If you were able to find a good pair, there would either be fake or microscopic pockets on the front, which were essentially useless but looked cute.
These jeans were comfortable, had superbly strong belt loops (probably because that was the only method of getting them up), and echoed our teenage need for rebellion. Not having back pockets was new, interesting, and stood as our little sign to the world that we weren't about rules. Or excessive pockets.
14 Leave It: Dresses As Shirts (With Flared Jeans)
Kelly Clarkson is adorable, there's no denying that. What we are denying is the need to take an adorable dress and pair it with super flared jeans. This is a trend that did not last very long at all, likely because outfits just ended up looking bulky and awkward. While it's a comfort to have something as foolproof as jeans underneath a dress in the event of a wind storm, it just looks awkward.
Some of the cutest dresses were overshadowed by dark denim this way and, equally, some of the cutest jeans were covered up by overhanging skirts. Indecisive outfit choices or perceived fashion trend?
13 Bring It Back: Frosted Lip Gloss
We're totally here for this one. Frosted lip gloss was so iconic of the '00s that nearly every girl was likely to have at least two in her bag. One would be school-approved and the other would be after-hours approved for things like the mall, the movies, coffee dates, etc. The brands were cheap but we didn't care.
The frostier the better, because it really wasn't possible to have too much metallic or shimmer on your face in 2000.
Inevitably, these would need to be applied once every hour and they'd stick to whatever we drank or ate. Our hair would also get stuck in it which was annoying but luckily, we always had a headband on us to remedy this problem. It's all part of the year 2000 101 guide.
12 Leave It: Velour Tracksuits
It was a bit of a heartbreaking decision having to add velour tracksuits to this list but it's all for the better. Velour tracksuits made it easy for us to be a little bit lazy while still looking somewhat fashionable. They came in all types of colors and those who didn't mind investing in the trend wore Juicy or Baby Phat brands. It wasn't unusual to swap out one of these babies for an actual outfit in high school because unlike Mean Girls, they were actually kind of cool.
With all the yoga pants and totally comfortable workout gear that we have access to now, there's no need to bring back these slightly heavy, fuzzy tracksuits.
11 Bring It Back: Butterfly Clips
It seems that most people had a love/leave relationship with butterfly clips but if we forget all the times they got stuck in our hair, they were pretty adorable. You'd get two options with these: the tiny, plastic butterfly clips, or the larger, metal-winged clips.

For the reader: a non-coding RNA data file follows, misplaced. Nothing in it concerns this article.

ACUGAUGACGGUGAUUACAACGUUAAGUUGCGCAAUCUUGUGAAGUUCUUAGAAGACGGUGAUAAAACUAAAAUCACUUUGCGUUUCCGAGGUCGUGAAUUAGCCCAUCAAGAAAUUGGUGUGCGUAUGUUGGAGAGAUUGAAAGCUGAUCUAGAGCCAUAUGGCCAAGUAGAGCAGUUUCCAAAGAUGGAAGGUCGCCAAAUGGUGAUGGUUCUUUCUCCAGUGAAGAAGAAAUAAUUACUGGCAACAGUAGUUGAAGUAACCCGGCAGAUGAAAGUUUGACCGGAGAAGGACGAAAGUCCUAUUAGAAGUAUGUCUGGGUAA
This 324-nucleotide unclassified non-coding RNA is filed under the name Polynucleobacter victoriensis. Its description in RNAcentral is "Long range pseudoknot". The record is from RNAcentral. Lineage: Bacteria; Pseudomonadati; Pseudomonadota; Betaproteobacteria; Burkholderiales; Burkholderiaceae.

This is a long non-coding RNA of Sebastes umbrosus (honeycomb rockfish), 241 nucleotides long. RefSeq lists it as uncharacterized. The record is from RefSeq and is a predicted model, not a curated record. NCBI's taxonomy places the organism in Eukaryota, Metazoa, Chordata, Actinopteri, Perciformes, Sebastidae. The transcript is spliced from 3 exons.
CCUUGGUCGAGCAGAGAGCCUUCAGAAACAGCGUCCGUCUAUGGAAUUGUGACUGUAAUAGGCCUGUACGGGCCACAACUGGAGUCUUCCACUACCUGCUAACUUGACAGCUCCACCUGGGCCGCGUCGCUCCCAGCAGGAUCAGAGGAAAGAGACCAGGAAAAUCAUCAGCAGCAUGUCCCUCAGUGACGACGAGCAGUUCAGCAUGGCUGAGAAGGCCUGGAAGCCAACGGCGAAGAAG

If the patience was there, you could essentially create an entire butterfly garden on your head, which was totally trendy in 2000.
The metal butterfly clips came in all different colors and some even had glitter on them, adding a bit of sparkle and shimmer to any hairdo. We're voting to bring them back because they were unique, feminine, and just downright pretty.
10 Leave It: Rhinestone Shirts
Chances are, we all had this exact same rhinestone shirt from Guess. Chances are also that it was worn at least once a week with our favorite eyehole belt and most comfortable jeans. While it was a trademark look in 2000, we're voting to keep the baby tees but get rid of the rhinestones altogether. After two or three washes, there would be rhinestones all over the dryer, littering our bedroom floors, and they'd fall off randomly throughout the day.
They were in stark competition with graffiti tees, another style trend we were all too quick to forget. Rhinestones are the annoying glitter of the fashion community.
9 Bring It Back: Studded Belts
In 2000, belts left you with one of two choices: strappy, leather belts that could be tied at the waist or studded belts. The great thing about studded belts is that they went with nearly everything and automatically threw off that pop-punk vibe that we all lived for.
Some of us are still living for it today and have yet to part with this metal-studded fashion statement.
They came in all different colors and styles and later on in the '00s, they'd even come in the form of neon and paint-splatter. These belts are probably one of the only fashion accessories from 2000 to fully evolve and we're fully here for it.
8 Leave It: Layered Shirts
The result of layering shirts would either be poor or okay-ish. There was no "perfection" to be reached when laying a tank top on top of another tank top on top of a tee. It just wasn't happening and this was something we did purely for aesthetic, since the second you sat down, you knew that shirt was shifting in one way or another.